CollegeFrontier Conference


Frontier Conference moving forward with football, despite loss of out-of-state teams

Idaho, Oregon teams postpone season to spring
Rocky Mountain College MSU-Northern football 2019
Posted at 2:07 PM, Jul 20, 2020

WHITEFISH -- Frontier Conference football teams will once again have to adjust their fall schedules.

Nearly one month after the league announced its athletic directors, chancellors and presidents approved an eight-game conference-only schedule for the fall of 2020, the Frontier is left scratching its head after its three out-of-state members -- College of Idaho, Eastern Oregon University and Southern Oregon University -- announced late last week they would shift their schedules to the spring due to the ongoing coronavirus pandemic.

The Cascade Collegiate Conference, which houses COI, EOU and SOU for all sports but football, announced on Friday it would delay its fall sports competitions with hopes of conducting those athletic events in the winter or spring. The initial release did not mention football, though the College of Idaho stated in its own release that C of I, Eastern Oregon and Southern Oregon would move their football schedules to the spring.

"It is at this time, we have made the difficult decision to transition all of our fall sports to the spring season," College of Idaho athletic director Reagan Rossi said in a release. "While we are still working through decisions with the Frontier Conference presidents and the NAIA, we felt it was important for our decision to be unified for all of our fall sports and to communicate as such in a timely manner. We will work with our CCC Commissioner to build our spring schedules and will await more direction from the Frontier Conference and the NAIA before determining a football schedule. We value our partnership with the Frontier Conference and are hopeful their presidents and members understand our decision."

MTN Sports spoke with Frontier Conference commissioner Kent Paulson on Thursday morning, one day before the Cascade officially announced its postponement of fall sports, and discussed the potential of the league's out-of-state schools not being able to participate in a fall schedule. That decision drops the Frontier from eight football members to five: Carroll College, Montana Tech, Montana Western, Montana State University-Northern and Rocky Mountain College.

"You plan for the best, but you prepare for the worst. And if we couldn't have every team play ... I think that you'd have to be prepared, again, as part of your modification and flexibility, you'd have to be prepared for teams ending up playing differing numbers of games," Paulson said. "You'd just do your best to try to mix and match. Again, if schools couldn't play because their state just wouldn't allow for it in football, it's not a crime against that school. I mean, they're doing their darndest to make this work. Yet if they can't play, we certainly understand.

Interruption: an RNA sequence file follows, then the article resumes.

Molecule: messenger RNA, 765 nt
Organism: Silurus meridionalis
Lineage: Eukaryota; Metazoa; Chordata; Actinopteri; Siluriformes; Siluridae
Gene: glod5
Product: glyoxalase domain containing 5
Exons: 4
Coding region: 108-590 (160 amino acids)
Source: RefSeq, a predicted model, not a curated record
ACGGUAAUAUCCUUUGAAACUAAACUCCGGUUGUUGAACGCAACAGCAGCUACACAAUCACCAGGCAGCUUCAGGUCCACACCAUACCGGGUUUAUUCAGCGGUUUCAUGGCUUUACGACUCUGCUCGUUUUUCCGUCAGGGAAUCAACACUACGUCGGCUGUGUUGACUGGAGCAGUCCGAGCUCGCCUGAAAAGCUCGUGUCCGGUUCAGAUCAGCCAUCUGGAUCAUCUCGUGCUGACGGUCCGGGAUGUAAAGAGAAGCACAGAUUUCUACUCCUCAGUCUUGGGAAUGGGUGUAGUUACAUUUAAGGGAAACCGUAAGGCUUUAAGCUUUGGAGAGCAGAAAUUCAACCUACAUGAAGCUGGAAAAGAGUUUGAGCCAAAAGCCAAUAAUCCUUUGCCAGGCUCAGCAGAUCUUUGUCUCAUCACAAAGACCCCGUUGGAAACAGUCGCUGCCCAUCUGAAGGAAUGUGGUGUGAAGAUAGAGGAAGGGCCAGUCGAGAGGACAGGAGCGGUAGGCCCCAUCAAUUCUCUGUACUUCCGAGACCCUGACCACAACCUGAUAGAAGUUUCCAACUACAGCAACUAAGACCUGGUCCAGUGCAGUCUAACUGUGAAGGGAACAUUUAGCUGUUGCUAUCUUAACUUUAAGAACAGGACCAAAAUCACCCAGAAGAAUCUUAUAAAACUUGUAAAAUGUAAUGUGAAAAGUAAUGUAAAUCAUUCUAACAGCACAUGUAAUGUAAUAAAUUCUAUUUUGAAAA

"Those that can't play don't want to hold back those that can, but those that can have to understand that the brethren, they're trying their darndest, but they just maybe can't make this work this year. And again, you reach that threshold where, you don't throw up your arms in disgust or dismay, you just simply say, 'Hey, let's go to the next-best plan.'"

Paulson confirmed with MTN Sports on Monday morning that the Yotes, Mountaineers and Raiders plan to conduct their football seasons in the spring but assured the league understands and backs the decision.

"We're behind them 100 percent," Paulson said Monday. "There is no division between the (Cascade and Frontier) conferences, nor the schools. Every conference, every state, every team has to do what they have to do during this unprecedented time."

Paulson said the league has a scheduled call with its athletic directors later this week, again with the intent of finalizing a schedule that fits. With only the five Montana teams still on track for a fall football season, teams will likely play one another home and away, with one program forced to a bye week each Saturday.

Paulson also said he hopes a schedule could be created that would limit a team from having to travel for multiple games in a row.

One of the greatest impacts, aside from the schedule, for the Frontier is the drop from eight football programs to five, one below the required number to earn an automatic berth into the NAIA's postseason. Any league with six or more members is guaranteed its conference champion will earn a place in the national championship bracket, which is scheduled to begin on Nov. 21.

The NAIA also requires 50 percent of its football members compete in a season to hold postseason events, and, according to Paulson, nearly 70 percent of schools have indicated at this time they plan to compete this fall.

While the Frontier Conference currently plans to trudge onward with a fall football season, Paulson understands flexibility will be key and that the health of the league's student-athletes, coaches and fans is the most important factor in continuing with those plans.

"We have to have a baseline where, whether you're the home team or the visiting team, you can expect that basic health protocols will be met," said Paulson. "Safety of our student-athletes is just paramount and it's first and foremost. ... And we know that we're going to be monitoring the individual athletes, testing is going to be of great importance."

"The new normal isn't going to look normal, but you know what, we certainly hope that we can play something this fall," he continued. "And for our institutions in Montana, Idaho, Oregon, just hope that they can get those institutions safely open and get the kids back to school, get the professors back to teach, the students back to learn. This is our business. This is what we do. And every business owner hopes that they can meet with some success."